Thompson never provided a response to Silva's testimony. He was impossible to get in touch with during the later stages of the inquest, having seemingly fallen off the grid. He was never charged with any wrongdoing. Thompson could not be reached for comment. When Wormald asked for reports on Marks's death, the NSF reportedly wasn't forthcoming, saying it didn't have any reports that were relevant to his investigation.
The foundation also reportedly ignored his requests when he asked for the results of lab tests conducted on the scant evidence gathered from Marks's room and work station before they were cleaned. The NSF denies Wormald's characterization of how it handled the investigation.
In a statement to Mental Floss, a representative said: "[The] NSF consistently cooperated with the Christchurch coroner's office and New Zealand Police to address this tragic situation. Marks was an important member of the Antarctic research community. NSF continues to extend its deepest condolences to his family, friends and colleagues. But according to Wormald, any useful information he pried from the government agency was the product of his own persistence. Only after being pestered by the detective, he said, did the NSF agree to send out a questionnaire to the 49 crew members who had been at the station at the time of Marks's death.
The foundation vetted the questions first, "to assure ourselves that appropriate discretion has been exercised," and when they were finally mailed out, they came with a note saying participation wasn't mandatory. Only 13 of Marks's 49 colleagues responded. Without much cooperation from the National Science Foundation and with no solid leads, the investigation failed to move forward. It fizzled out completely in when coroner Richard McElrea released a report saying that no conclusions could be drawn one way or the other about the circumstances surrounding Marks's poisoning.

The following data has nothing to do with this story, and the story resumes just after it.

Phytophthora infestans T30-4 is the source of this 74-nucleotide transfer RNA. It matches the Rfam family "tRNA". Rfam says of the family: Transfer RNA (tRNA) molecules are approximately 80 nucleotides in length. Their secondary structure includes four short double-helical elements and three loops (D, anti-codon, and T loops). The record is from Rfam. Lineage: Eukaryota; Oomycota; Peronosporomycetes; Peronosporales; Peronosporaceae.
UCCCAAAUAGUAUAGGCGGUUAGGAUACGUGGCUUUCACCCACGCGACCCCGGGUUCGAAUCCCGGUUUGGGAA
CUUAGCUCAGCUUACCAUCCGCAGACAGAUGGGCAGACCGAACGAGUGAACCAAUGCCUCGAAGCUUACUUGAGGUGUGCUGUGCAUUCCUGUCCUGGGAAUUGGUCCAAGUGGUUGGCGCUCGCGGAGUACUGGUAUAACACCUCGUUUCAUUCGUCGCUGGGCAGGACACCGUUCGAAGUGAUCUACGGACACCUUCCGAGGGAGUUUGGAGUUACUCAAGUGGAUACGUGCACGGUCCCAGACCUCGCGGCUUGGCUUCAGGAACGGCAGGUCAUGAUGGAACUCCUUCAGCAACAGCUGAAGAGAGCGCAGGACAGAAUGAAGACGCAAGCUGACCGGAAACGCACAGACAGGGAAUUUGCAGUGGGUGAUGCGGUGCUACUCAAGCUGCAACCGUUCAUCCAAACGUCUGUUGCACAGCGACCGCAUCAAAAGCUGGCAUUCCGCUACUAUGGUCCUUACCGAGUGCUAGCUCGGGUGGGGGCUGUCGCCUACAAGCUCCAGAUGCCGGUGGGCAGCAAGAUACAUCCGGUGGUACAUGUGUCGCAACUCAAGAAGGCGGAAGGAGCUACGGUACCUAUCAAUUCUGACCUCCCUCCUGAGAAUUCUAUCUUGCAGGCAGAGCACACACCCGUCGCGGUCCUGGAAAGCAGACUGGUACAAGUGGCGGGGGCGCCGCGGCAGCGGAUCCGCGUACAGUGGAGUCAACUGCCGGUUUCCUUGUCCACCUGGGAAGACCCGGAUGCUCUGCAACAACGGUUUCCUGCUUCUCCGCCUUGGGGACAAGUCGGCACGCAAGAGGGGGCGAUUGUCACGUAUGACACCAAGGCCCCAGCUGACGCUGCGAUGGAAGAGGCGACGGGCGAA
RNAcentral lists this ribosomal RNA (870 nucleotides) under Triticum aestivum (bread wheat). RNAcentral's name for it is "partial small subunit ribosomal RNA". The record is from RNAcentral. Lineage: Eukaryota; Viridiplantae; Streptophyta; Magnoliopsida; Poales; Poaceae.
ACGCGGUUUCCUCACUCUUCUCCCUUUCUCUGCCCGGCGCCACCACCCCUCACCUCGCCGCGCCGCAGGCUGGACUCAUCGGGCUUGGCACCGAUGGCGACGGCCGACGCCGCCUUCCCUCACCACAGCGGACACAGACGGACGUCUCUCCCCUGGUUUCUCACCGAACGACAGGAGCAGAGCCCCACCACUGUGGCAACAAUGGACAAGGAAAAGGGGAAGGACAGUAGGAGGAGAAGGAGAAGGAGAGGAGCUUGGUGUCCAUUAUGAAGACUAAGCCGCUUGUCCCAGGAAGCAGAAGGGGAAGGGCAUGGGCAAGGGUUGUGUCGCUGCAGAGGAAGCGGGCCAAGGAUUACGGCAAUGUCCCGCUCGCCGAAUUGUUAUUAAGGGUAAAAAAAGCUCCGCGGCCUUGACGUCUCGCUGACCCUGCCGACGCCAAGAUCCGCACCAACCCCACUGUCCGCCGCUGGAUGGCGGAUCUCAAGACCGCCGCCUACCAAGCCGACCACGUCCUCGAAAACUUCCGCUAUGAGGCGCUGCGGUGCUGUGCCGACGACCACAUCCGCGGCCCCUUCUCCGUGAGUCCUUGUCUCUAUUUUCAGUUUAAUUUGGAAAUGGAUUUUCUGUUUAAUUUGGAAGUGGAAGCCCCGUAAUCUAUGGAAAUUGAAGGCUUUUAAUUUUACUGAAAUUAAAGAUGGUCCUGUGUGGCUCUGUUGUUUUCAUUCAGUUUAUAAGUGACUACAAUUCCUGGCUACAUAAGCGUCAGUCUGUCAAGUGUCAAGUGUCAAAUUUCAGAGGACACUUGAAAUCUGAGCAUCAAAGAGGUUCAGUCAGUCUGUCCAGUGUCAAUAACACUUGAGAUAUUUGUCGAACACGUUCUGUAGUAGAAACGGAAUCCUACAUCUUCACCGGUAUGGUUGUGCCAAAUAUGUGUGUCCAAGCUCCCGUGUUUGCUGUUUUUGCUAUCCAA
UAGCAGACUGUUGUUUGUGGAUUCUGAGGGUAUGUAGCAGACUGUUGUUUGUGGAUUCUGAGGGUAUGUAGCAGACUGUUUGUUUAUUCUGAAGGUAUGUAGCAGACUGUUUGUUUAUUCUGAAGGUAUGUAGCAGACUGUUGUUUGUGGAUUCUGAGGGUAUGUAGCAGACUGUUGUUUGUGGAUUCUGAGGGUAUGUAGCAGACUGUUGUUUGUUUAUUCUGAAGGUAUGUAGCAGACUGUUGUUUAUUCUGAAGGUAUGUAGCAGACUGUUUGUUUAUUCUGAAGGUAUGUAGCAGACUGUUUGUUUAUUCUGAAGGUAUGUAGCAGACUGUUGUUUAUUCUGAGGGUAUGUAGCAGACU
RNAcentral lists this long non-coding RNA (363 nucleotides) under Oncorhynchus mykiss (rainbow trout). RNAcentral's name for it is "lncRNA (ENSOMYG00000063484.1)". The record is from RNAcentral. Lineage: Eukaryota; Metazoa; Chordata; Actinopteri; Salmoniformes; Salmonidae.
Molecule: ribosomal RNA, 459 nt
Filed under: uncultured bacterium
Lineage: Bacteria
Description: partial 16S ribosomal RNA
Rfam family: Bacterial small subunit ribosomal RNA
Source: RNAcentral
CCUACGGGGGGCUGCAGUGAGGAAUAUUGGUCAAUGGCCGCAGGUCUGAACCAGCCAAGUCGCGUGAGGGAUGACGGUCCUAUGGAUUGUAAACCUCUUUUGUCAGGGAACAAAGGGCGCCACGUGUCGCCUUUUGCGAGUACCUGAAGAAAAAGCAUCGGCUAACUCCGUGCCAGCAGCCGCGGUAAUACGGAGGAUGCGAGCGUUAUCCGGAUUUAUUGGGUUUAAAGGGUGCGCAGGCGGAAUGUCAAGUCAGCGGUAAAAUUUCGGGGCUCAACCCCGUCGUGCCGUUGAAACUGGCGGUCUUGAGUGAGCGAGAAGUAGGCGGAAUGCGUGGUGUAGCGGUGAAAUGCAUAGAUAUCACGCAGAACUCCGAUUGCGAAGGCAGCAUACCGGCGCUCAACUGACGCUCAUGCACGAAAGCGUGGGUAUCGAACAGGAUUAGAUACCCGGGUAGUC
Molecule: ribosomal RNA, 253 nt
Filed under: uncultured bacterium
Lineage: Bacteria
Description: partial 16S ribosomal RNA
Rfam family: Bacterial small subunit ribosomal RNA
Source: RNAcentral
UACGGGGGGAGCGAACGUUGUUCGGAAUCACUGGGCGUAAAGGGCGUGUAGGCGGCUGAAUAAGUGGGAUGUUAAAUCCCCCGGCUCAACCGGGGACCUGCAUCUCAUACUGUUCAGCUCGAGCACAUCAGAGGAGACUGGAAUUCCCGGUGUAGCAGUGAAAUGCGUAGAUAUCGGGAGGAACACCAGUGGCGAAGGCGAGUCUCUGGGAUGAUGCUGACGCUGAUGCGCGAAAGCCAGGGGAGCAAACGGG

Referencing a report [ PDF ] based on the medical notes about the case that said there was no reason to suspect homicide or accidental poisoning, McElrea wrote, "I respectively [sic] disagree that accidental poisoning and even foul play can be adequately disregarded without a full and proper investigation. Outside of true crime internet forums , a clear idea of what happened to Marks has never emerged.
He didn't have any known enemies at Amundsen-Scott Station, and there was no evidence implicating any of the workers at the base with a crime. With the inquiry into his death producing more questions than answers, Rodney Marks's story occupies a strange place in the history of Antarctic tragedies. Driving on approved routes may reduce the risk of falling into a crevasse—and banning chess may stop game-related fights—but this particular incident left no obvious path toward preventing ones like it from happening in the future.
It's not even clear whether Marks's death should be grouped with Antarctica's freak accidents or rare acts of violence. As of , there's still no system in place for handling homicides that happen on the continent. With so many territorial claims, and some that even overlap, the general rule is that jurisdiction falls to the home country of the person who committed the crime and the station where it took place.
That means if a Russian researcher assaults someone at a Russian station, as was the case in October , the case is handled by Russian authorities. But things get stickier if an American commits a crime on a Russian base, in which case both countries could have a claim to the investigation. Situations where an apparent crime produces a body and no obvious perpetrator are, of course, even more complicated.
Until Marks's death, that was an issue the nations working in Antarctica had never had to face. There still has never been a trial for a murder that happened on the continent—though the question of whether murder has been committed there remains unanswered. BY Maria J. The town of Tipperary, Ireland. History Weird. Subscribe to our Newsletter! BY Bess Lovejoy. BY Michele Debczak.
The Burning of Bridget Cleary: A True Story
Crime and Death in Antarctica Death is rare in Antarctica, but not unheard of. She owned a sewing machine, which enabled her to follow the trade of milliner and dressmaker. In a rural slum, she had taken a step up in the world, and there were people who would say that she had lost the run of herself.
Her husband Michael was a cooper, who lodged in Clonmel where he worked, coming home at weekends. Perhaps it was inevitable that, with husband and wife living apart, tongues would wag. It was whispered that Bridget had a lover who termed himself a Land Steward he was otherwise known as an "emergencyman": i. Socially, he was a step above the Clearys.